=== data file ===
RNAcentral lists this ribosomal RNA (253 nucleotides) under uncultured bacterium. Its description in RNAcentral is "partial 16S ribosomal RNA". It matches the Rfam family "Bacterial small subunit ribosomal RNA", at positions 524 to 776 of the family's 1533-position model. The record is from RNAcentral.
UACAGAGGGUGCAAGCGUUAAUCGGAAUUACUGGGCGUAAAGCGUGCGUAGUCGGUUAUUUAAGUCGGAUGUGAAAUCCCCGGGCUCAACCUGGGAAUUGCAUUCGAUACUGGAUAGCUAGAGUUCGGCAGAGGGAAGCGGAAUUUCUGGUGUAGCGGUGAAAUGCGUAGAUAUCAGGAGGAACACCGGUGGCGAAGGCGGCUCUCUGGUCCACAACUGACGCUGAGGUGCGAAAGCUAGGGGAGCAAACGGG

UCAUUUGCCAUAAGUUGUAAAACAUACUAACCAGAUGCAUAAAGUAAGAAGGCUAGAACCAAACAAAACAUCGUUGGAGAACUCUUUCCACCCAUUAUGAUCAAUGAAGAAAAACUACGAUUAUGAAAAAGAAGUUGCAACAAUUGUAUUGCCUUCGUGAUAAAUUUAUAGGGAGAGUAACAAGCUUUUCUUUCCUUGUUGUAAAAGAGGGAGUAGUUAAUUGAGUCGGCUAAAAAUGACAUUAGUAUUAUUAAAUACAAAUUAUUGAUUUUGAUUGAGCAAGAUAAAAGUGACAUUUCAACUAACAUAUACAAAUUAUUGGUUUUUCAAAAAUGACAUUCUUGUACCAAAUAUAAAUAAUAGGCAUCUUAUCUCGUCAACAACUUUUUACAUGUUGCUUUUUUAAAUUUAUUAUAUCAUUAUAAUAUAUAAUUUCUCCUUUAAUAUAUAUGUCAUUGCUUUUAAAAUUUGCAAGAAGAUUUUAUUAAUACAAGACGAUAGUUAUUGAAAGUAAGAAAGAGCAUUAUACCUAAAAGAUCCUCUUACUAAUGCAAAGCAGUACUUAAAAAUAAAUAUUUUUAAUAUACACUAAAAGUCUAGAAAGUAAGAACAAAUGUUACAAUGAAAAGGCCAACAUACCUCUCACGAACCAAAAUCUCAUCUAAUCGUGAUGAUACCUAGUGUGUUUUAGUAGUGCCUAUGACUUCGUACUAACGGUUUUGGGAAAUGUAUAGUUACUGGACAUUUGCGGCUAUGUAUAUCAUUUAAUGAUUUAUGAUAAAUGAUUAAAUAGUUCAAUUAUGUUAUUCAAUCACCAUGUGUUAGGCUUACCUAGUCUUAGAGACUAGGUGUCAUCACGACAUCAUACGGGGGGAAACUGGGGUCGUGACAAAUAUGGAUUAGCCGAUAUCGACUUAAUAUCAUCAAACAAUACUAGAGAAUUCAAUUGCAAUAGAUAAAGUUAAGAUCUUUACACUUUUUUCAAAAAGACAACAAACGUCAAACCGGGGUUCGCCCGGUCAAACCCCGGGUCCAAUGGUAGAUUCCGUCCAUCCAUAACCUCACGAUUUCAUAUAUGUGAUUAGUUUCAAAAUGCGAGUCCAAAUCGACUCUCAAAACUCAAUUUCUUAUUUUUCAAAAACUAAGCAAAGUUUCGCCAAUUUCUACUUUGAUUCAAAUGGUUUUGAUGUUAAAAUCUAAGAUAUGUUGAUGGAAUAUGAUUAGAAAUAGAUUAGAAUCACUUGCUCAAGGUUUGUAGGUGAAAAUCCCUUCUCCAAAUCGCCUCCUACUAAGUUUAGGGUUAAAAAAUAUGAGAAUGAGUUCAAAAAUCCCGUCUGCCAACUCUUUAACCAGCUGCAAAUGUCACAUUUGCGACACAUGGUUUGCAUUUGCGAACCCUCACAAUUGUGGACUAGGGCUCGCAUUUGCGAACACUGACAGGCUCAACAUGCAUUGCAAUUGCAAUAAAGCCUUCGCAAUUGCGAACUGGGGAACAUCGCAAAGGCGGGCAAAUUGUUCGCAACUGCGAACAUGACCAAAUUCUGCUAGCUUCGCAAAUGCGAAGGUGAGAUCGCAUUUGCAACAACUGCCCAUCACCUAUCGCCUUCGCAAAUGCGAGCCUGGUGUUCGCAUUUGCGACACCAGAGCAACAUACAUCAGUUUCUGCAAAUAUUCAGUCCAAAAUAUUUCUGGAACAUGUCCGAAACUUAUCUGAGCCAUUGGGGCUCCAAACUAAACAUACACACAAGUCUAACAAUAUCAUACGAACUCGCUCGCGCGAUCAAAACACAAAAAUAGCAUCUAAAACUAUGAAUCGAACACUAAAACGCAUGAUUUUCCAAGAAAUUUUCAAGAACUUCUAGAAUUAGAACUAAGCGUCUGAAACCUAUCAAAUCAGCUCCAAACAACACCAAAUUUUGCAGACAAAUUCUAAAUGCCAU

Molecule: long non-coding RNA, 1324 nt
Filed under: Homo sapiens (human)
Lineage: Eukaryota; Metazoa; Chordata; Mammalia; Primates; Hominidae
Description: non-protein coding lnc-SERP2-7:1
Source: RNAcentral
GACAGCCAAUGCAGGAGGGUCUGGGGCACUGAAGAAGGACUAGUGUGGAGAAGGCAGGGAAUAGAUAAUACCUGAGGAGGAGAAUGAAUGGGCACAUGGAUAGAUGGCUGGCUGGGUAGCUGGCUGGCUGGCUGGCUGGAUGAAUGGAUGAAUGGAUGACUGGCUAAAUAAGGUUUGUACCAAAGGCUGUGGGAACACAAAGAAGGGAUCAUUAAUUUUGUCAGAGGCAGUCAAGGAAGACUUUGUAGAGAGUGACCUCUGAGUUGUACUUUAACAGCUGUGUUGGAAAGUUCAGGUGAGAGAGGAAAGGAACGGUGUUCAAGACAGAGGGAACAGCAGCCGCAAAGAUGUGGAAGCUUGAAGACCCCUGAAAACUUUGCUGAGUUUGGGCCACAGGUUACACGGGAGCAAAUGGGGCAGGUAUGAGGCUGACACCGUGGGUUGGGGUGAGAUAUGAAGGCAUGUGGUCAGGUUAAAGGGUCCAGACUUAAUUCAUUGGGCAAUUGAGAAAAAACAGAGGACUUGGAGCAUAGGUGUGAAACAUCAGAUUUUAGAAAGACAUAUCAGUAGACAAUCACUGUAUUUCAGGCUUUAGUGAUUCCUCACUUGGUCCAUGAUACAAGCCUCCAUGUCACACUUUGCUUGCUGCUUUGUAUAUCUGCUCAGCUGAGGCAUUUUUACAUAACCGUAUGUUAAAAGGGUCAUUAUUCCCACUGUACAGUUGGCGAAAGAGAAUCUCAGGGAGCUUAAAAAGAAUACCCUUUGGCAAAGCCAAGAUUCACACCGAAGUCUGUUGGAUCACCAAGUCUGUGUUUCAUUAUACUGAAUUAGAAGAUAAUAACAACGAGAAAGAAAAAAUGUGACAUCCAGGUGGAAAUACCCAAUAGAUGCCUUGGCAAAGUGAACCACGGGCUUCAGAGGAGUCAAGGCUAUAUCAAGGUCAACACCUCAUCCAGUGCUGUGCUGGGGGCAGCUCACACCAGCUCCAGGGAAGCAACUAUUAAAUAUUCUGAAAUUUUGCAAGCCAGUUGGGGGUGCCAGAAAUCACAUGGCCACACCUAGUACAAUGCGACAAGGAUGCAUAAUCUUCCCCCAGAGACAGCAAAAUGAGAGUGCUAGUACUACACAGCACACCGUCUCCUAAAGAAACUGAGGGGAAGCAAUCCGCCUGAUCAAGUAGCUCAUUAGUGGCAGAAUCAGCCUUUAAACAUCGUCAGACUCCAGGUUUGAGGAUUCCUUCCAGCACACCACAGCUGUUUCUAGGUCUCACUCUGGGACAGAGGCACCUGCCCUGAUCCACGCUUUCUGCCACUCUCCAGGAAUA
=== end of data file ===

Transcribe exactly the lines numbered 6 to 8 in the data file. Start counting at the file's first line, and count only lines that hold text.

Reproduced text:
Lineage: Eukaryota; Metazoa; Chordata; Mammalia; Primates; Hominidae
Description: non-protein coding lnc-SERP2-7:1
Source: RNAcentral